"Microsoft fails to advance any legitimate business objectives that actually explain the full extent of this significant exclusionary impact," the ruling reads. "The Court has already found that no quality-related or technical justifications fully explain Microsoft's refusal to license Windows 95 to OEMs without ... Internet Explorer, or its refusal to permit them to uninstall \[IE\]. The same lack of justification applies to Microsoft's decision not to offer a browserless version of Windows 98 to consumers and OEMs, as well as to its claim that it could offer 'best of breed' implementations of functionalities in Web browsers. With respect to the latter assertion, Internet Explorer is not demonstrably the current 'best of breed' Web browser, nor is it likely to be so at any time in the immediate future. The fact that Microsoft itself was aware of this reality only further strengthens the conclusion that Microsoft's decision to tie Internet Explorer to Windows cannot truly be explained as an attempt to benefit consumers and improve the efficiency of the software market generally, but rather as part of a larger campaign to quash innovation that threatened its monopoly position." Microsoft's copyright defense--which was feebly first brought up in the waning days of the trial was also dismissed.
With regard to Microsoft's contractual agreements with PC makers that prevented them from altering the Windows desktop or boot-up process, Jackson ruled that Microsoft coerced PC makers into restrictive contracts specifically to keep Netscape off of new PCs. Microsoft, the judge says, used the availability of Windows itself, as a bargaining chip to ensure that Netscape made no inroads in the lucrative market for new PCs. Microsoft entered into similar pacts with Internet Access Providers (IAPs) as well, in some cases simply paying these companies to choose Internet Explorer over Netscape. And Apple Computer was forced to sign a technology sharing agreement with Microsoft that kept that company from openly supporting Netscape on the Macintosh platform as well; Apple signed the agreement to ensure that Microsoft would continue developing its much-need Office software for the Macintosh. "By extracting from Apple terms that significantly diminished the usage of Navigator on the Mac OS, Microsoft helped to ensure that developers would not view Navigator as truly cross-platform middleware," Jackson explained. "By granting \[Internet Content Providers\] and \[Internet Service Providers\] free licenses to bundle Internet Explorer with their offerings, and by exchanging other valuable inducements for their agreement to distribute, promote and rely on Internet Explorer rather than Navigator, Microsoft directly induced developers to focus on its own APIs rather than ones exposed by Navigator."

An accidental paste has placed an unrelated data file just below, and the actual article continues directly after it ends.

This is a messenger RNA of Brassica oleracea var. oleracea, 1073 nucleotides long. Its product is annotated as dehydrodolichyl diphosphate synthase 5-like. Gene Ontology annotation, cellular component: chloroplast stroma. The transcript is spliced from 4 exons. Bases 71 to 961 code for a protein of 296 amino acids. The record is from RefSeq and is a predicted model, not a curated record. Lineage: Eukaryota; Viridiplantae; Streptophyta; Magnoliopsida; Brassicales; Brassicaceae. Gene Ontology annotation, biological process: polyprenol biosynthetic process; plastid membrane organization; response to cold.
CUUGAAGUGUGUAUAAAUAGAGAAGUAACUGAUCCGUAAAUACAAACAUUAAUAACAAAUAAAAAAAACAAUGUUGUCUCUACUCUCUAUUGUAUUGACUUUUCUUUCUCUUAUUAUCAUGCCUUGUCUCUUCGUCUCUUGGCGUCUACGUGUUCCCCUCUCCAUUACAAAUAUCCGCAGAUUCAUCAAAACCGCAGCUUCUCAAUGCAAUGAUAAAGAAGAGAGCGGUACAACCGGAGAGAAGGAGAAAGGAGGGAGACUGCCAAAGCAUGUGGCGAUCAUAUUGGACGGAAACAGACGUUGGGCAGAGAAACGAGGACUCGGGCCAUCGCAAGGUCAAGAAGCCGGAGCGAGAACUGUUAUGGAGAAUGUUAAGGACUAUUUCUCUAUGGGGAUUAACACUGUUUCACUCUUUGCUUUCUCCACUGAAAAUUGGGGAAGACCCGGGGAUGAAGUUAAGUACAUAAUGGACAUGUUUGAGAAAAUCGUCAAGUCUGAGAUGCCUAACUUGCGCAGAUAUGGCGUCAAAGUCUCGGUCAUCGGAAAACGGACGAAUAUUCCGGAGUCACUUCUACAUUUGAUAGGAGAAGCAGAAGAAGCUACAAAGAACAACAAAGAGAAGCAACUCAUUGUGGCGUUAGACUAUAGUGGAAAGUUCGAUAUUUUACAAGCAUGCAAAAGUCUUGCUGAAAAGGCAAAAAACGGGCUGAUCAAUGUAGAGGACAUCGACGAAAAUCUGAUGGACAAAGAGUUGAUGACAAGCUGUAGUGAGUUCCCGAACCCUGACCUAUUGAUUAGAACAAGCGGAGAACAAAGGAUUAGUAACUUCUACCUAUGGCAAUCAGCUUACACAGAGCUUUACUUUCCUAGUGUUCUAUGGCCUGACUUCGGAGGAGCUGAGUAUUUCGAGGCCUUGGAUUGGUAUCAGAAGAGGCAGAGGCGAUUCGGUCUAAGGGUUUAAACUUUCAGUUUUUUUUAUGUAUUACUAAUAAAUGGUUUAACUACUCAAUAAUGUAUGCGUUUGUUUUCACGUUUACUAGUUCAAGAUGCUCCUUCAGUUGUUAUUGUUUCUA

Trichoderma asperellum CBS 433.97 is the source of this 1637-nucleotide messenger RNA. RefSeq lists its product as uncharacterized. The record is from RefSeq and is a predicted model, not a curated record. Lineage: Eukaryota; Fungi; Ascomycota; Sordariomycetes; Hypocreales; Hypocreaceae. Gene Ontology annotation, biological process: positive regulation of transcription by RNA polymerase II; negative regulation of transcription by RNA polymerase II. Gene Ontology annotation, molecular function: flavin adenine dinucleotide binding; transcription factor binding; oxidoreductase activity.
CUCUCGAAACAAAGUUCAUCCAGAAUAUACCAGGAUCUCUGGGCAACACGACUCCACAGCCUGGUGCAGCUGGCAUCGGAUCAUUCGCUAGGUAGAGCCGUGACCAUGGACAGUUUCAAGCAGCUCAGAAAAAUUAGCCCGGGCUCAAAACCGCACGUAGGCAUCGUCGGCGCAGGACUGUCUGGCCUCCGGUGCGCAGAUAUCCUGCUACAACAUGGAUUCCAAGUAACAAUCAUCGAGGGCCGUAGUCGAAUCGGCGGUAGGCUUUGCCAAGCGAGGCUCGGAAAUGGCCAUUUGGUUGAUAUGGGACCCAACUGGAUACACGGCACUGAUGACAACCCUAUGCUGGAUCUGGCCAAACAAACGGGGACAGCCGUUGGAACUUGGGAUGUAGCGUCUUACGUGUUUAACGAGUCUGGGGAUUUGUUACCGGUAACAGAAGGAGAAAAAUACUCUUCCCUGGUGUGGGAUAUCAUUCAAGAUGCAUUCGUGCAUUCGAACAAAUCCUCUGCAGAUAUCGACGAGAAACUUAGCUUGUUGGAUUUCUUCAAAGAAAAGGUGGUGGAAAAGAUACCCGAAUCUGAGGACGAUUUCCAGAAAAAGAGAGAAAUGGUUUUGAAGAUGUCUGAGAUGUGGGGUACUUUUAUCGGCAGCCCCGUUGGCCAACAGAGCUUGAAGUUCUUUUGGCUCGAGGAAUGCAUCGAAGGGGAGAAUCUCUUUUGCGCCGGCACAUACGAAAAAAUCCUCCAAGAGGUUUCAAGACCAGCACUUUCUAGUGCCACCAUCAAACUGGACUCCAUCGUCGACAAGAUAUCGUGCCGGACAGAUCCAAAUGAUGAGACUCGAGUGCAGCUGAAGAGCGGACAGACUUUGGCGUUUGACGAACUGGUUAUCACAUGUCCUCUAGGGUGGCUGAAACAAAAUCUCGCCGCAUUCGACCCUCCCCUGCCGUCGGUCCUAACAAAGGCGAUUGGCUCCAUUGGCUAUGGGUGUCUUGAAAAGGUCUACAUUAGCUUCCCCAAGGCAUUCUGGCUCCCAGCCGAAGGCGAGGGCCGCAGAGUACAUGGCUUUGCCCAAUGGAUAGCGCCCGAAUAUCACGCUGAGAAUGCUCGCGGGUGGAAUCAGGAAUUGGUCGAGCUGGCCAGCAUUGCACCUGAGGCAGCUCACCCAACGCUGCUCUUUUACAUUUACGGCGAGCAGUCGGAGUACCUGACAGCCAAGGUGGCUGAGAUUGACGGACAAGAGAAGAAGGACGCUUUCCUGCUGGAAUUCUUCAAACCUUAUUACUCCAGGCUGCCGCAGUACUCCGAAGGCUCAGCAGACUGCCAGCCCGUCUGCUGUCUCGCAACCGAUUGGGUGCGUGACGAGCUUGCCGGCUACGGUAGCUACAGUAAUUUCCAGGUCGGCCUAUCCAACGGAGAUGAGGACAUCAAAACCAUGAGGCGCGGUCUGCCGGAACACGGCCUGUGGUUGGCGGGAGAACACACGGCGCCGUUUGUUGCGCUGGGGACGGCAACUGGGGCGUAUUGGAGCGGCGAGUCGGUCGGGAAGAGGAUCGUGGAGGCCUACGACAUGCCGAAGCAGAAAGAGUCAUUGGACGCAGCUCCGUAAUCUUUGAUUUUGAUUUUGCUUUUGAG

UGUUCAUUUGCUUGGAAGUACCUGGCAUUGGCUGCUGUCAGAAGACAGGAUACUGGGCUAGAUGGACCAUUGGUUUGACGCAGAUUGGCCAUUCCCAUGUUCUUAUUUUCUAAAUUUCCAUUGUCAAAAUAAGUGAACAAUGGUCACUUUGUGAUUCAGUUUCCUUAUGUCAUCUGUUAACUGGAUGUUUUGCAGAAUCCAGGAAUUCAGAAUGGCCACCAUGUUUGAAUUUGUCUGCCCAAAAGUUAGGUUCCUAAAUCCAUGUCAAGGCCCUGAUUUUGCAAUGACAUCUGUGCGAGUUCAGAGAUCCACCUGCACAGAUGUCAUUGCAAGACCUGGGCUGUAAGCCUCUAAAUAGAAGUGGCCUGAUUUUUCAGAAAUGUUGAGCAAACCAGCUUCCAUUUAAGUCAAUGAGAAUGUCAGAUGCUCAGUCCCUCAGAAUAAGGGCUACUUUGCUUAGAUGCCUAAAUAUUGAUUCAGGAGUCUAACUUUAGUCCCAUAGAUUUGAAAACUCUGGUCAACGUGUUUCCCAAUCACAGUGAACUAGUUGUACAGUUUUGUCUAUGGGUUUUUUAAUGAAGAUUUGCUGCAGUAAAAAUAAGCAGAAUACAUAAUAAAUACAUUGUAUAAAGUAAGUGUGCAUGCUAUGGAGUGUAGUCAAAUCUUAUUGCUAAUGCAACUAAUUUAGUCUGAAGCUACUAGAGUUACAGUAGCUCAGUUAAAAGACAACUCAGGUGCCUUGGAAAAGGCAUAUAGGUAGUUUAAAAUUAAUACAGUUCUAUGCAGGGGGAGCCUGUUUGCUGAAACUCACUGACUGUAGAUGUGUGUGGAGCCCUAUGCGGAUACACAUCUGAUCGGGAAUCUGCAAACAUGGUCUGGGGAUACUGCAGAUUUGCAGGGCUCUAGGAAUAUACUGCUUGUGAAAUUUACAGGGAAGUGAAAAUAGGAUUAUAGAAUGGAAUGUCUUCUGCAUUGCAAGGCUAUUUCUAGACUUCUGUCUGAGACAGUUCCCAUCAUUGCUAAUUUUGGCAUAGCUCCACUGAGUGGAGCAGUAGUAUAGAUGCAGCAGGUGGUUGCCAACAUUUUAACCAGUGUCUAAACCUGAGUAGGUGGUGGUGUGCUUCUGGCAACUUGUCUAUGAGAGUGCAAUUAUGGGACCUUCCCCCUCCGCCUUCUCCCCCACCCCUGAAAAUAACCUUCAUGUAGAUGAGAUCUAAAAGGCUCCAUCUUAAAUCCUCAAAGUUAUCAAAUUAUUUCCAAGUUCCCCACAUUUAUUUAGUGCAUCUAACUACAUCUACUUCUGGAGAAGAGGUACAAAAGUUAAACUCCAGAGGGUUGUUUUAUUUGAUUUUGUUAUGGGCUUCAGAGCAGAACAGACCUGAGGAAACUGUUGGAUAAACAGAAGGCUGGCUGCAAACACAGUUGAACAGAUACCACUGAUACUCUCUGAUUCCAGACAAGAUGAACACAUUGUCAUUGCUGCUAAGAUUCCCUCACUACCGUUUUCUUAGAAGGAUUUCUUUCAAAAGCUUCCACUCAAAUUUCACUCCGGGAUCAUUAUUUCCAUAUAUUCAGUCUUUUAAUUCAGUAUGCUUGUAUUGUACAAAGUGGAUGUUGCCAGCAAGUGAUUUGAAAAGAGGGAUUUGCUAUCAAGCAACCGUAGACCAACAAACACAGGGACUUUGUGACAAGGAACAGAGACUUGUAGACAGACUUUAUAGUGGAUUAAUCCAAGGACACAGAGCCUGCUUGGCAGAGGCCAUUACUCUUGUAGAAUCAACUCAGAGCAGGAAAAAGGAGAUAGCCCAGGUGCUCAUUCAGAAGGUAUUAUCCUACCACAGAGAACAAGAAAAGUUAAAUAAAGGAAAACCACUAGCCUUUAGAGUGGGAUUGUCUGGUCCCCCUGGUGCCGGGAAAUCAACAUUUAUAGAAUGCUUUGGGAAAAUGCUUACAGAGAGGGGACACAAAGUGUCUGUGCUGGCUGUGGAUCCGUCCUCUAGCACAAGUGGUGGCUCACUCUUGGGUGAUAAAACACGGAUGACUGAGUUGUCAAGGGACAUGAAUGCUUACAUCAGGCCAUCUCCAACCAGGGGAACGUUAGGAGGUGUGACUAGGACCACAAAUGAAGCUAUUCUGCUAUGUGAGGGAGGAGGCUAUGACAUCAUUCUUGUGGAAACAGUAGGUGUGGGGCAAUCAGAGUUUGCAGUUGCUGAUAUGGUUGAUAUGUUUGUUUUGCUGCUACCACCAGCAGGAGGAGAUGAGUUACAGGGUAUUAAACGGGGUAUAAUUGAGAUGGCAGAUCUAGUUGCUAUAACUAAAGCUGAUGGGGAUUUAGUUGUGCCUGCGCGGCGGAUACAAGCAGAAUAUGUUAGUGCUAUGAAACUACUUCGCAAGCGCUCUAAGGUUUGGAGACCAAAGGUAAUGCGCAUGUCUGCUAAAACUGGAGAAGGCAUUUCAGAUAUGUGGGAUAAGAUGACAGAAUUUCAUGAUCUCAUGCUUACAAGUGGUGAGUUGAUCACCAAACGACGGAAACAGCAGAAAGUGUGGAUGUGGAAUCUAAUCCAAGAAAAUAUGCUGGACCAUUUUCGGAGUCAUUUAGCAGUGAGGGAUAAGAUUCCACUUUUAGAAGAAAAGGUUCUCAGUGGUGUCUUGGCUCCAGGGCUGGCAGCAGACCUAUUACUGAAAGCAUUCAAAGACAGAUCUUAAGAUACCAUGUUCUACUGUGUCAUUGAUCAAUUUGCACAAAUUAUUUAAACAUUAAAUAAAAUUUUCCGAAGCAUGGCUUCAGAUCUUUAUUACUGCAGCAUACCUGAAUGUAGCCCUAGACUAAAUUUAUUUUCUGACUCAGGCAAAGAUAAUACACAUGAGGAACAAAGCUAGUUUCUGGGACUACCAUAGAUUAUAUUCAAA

Microsoft, Jackson ruled, followed a similar tact with Java, Sun Microsystem's cross-platform development platform. By creating a version of Java that was secretly specific to Windows, Microsoft impeded the adoption rate of Java to protect its Windows monopoly from a perceived threat. "These actions cannot be described as competition on the merits, and they did not benefit consumers," Jackson writes in the ruling. "In fact, Microsoft's actions did not even benefit Microsoft in the short run, for the firm's efforts to create incompatibility between its JVM for Windows and others' JVMs for Windows resulted in fewer total applications being able to run on Windows than otherwise would have been written. Microsoft was willing nevertheless to obstruct the development of Windows-compatible applications if they would be easy to port to other platforms and would thus diminish the applications barrier to entry."
"Only when the separate categories of conduct are viewed, as they should be, as a single, well-coordinated course of action does the full extent of the violence that Microsoft has done to the competitive process reveal itself," the judge continues. "In essence, Microsoft mounted a deliberate assault upon entrepreneurial efforts that, left to rise or fall on their own merits, could well have enabled the introduction of competition into the market for Intel-compatible PC operating systems. While the evidence does not prove that they would have succeeded absent Microsoft's actions, it does reveal that Microsoft placed an oppressive thumb on the scale of competitive fortune, thereby effectively guaranteeing its continued dominance in the relevant market. More broadly, Microsoft's anticompetitive actions trammeled the competitive process through which the computer software industry generally stimulates innovation and conduces to the optimum benefit of consumers."